Can two walk together unless they agree?
This biblical question reverberates now more than ever as the Social Partners knock heads on the imminent introduction of a national minimum wage.
With just 24 hours before $8.50 an hour becomes the law of the land, it appears that divine intervention will be required for the players to walk together on a pay floor for our lower-paid workers.
We have no doubt that the Government, the unions, and the private sector all endorse the doctrine of a minimum wage and the need to have a reasonable rate that will allow the country’s cashiers, gas station attendants, domestic workers and others to earn a decent living – a fair wage for fair work.
But as always the devil is in the details and the sticking point has been the timing.
Minister of Labour and Social Partnership Relations Colin Jordan has made clear the Government has done its homework and is ready to proceed with the minimum wage especially in an environment where some workers can hardly make ends meet.
General Secretary of the Barbados Workers Union (BWU) Toni Moore has already signalled that the minimum wage – higher than the longstanding pay floor that had always existed only for shop assistants and now finally broadened – is not enough. But the union is prepared to use it as starting point to improve the lot of workers.
But the business community is calling for the authorities to put the brakes on until at least January 2022.
Chairman of the Barbados Private Sector Association Edward Clarke argues that given the severe downturn in business occasioned by the COVID -19 pandemic, which triggered two lockdowns here, the timing couldn’t be worse.
He has warned of layoffs and price increases
The issues at stake are complex but all sides should shoulder some blame for the current dilemma.
Waiting decades to raise the national pay floor has placed us in a difficult position that we can no longer run from.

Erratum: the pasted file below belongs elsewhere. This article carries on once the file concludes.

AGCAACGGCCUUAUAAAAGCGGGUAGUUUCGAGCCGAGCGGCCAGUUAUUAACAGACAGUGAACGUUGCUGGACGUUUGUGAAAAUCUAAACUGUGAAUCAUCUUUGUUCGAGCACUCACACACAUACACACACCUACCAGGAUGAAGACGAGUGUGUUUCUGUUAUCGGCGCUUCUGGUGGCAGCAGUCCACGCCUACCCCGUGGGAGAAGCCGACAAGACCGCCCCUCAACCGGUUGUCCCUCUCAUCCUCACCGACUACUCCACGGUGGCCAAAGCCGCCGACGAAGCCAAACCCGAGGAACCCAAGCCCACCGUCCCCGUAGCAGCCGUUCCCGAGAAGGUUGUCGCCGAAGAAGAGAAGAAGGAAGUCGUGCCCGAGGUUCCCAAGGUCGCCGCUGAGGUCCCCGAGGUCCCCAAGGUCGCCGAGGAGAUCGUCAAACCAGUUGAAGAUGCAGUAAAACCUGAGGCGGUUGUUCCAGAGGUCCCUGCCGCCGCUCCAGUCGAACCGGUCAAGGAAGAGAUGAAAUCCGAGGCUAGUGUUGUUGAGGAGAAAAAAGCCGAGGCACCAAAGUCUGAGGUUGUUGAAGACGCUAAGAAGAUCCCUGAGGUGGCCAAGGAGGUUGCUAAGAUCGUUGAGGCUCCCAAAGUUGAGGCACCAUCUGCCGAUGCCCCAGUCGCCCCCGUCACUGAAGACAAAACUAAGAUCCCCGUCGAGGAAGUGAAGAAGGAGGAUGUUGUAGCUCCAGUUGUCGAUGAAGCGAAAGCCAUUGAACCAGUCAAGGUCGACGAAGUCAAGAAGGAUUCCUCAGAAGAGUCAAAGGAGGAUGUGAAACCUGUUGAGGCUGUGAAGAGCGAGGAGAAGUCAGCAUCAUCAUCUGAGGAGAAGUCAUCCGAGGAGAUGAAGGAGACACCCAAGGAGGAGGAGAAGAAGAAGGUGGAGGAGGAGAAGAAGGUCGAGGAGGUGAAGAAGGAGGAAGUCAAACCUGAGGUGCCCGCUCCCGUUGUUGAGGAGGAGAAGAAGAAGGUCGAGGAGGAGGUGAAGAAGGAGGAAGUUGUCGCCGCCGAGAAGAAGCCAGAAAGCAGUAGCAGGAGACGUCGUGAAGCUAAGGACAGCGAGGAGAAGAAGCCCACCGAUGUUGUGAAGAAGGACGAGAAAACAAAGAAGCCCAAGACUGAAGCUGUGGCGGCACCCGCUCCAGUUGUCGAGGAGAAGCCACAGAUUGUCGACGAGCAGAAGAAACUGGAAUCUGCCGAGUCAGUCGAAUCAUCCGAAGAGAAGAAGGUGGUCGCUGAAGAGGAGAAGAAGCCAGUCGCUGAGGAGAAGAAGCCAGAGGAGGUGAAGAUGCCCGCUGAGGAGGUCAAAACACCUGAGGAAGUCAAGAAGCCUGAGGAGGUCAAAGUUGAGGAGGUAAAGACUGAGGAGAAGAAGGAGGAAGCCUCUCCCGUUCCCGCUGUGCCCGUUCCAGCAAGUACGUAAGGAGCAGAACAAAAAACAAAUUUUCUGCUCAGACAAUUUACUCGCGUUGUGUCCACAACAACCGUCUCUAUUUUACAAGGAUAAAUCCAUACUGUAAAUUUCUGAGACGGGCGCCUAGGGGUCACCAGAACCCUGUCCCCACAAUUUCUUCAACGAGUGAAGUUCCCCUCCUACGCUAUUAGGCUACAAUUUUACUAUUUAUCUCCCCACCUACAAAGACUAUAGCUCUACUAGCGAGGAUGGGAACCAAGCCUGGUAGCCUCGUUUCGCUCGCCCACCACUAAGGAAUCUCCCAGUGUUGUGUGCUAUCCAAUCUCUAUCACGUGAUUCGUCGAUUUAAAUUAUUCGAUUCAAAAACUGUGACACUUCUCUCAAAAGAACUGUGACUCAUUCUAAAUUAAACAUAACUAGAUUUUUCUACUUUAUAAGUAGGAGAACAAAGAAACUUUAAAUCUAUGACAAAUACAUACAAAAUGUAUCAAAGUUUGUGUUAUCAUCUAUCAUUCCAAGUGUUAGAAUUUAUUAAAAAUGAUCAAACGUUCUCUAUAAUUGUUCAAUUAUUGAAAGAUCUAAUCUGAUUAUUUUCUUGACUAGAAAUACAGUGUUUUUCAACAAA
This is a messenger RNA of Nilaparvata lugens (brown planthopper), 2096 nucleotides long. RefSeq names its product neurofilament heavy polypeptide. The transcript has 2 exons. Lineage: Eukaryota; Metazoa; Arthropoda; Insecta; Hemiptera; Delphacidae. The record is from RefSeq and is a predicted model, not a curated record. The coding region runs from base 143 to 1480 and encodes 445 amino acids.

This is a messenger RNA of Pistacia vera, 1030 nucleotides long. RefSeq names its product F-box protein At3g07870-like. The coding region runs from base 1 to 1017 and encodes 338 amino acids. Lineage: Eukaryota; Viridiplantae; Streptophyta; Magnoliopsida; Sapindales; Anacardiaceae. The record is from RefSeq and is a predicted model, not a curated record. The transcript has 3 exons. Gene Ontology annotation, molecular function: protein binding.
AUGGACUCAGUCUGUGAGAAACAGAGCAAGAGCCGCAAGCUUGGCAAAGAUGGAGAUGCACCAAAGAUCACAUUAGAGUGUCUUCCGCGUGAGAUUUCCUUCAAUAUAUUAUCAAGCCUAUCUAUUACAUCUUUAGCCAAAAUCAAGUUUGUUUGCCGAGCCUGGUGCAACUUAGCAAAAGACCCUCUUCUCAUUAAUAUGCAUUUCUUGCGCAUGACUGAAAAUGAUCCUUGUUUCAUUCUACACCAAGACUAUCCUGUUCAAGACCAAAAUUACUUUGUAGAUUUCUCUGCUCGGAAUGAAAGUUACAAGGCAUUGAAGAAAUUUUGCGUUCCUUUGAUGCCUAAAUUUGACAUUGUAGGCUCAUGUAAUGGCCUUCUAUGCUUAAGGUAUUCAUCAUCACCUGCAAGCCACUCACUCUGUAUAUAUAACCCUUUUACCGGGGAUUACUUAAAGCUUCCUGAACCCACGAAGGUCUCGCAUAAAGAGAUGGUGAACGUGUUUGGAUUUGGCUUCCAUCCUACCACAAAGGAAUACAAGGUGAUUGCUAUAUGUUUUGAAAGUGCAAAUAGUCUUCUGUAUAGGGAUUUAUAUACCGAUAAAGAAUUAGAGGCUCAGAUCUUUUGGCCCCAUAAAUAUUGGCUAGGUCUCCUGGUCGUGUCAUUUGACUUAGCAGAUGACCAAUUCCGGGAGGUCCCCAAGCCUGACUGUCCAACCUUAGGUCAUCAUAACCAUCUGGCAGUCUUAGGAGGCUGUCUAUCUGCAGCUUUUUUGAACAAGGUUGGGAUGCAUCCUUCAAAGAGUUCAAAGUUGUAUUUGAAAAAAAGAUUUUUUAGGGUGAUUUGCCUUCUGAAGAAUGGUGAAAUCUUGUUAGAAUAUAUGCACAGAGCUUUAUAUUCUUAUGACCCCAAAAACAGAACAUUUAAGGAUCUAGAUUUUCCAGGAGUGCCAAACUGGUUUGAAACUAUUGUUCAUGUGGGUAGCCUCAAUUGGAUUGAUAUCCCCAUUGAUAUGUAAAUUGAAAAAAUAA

What is undeniable is that vulnerable workers deserve better pay. In a society like Barbados where the cost of living has at every turn risen exponentially, it must make all us of wonder how are they able to cope.
Proponents argue that areas with low wages tend to have fewer employees, so the impact of a raise would not be catastrophic.
Furthermore, they tell us that higher wages would soften the blow to the Barbados economy. When people make more money, they spend more money; this will help businesses.
It might be too that boosting the minimum wage is precisely what we need at this moment for vulnerable families to thrive during the recovery that we hope follows on the heels of a successful vaccination program and a full reopening.
On the other hand, critics warn of unintended consequences, contending that companies won’t have the revenue to sustain higher wages.
Businesses, especially the smaller and family-owned ones, would further struggle to get back on their feet if asked to increase what they pay employees and that could mean job cuts or even closures.
And then there are fears that prices will inevitably rise and Barbadians can least afford to pay more for pretty much anything.
Amid the debate, the Government has served notice there is no turning back but it has to act in the interest of all the players. Now, more than ever, an enabling environment for businesses is needed, where there are initiatives that can provide businesses with some cushion to ride out these tough times.
A minimum wage is well intended to help lift the working poor out of poverty but it is not a lasting plaster over festering inequality.
Government must sit with the Social Partnership as it has always done to map out how we will all emerge from this economic morass so that reasonable sacrifices can be made by all.
What the Social Partners cannot do is draw lines in the sand and leave the most vulnerable workers at risk, when the value of decent work is at stake.
Our leaders in government, business and labour have too often spoken with romanticised fascination about national sacrifice. And too often they have looked the other way while the poorest, weakest and least able have borne the brunt of that sacrifice.
“All hands on deck,” goes a clarion call that neglects the fact that through the torment of storms and lash of waves, it is indeed the hands, not the captains, who find themselves latched to the windswept mainmast, enduring every surge and straining every sinew to keep this nation afloat.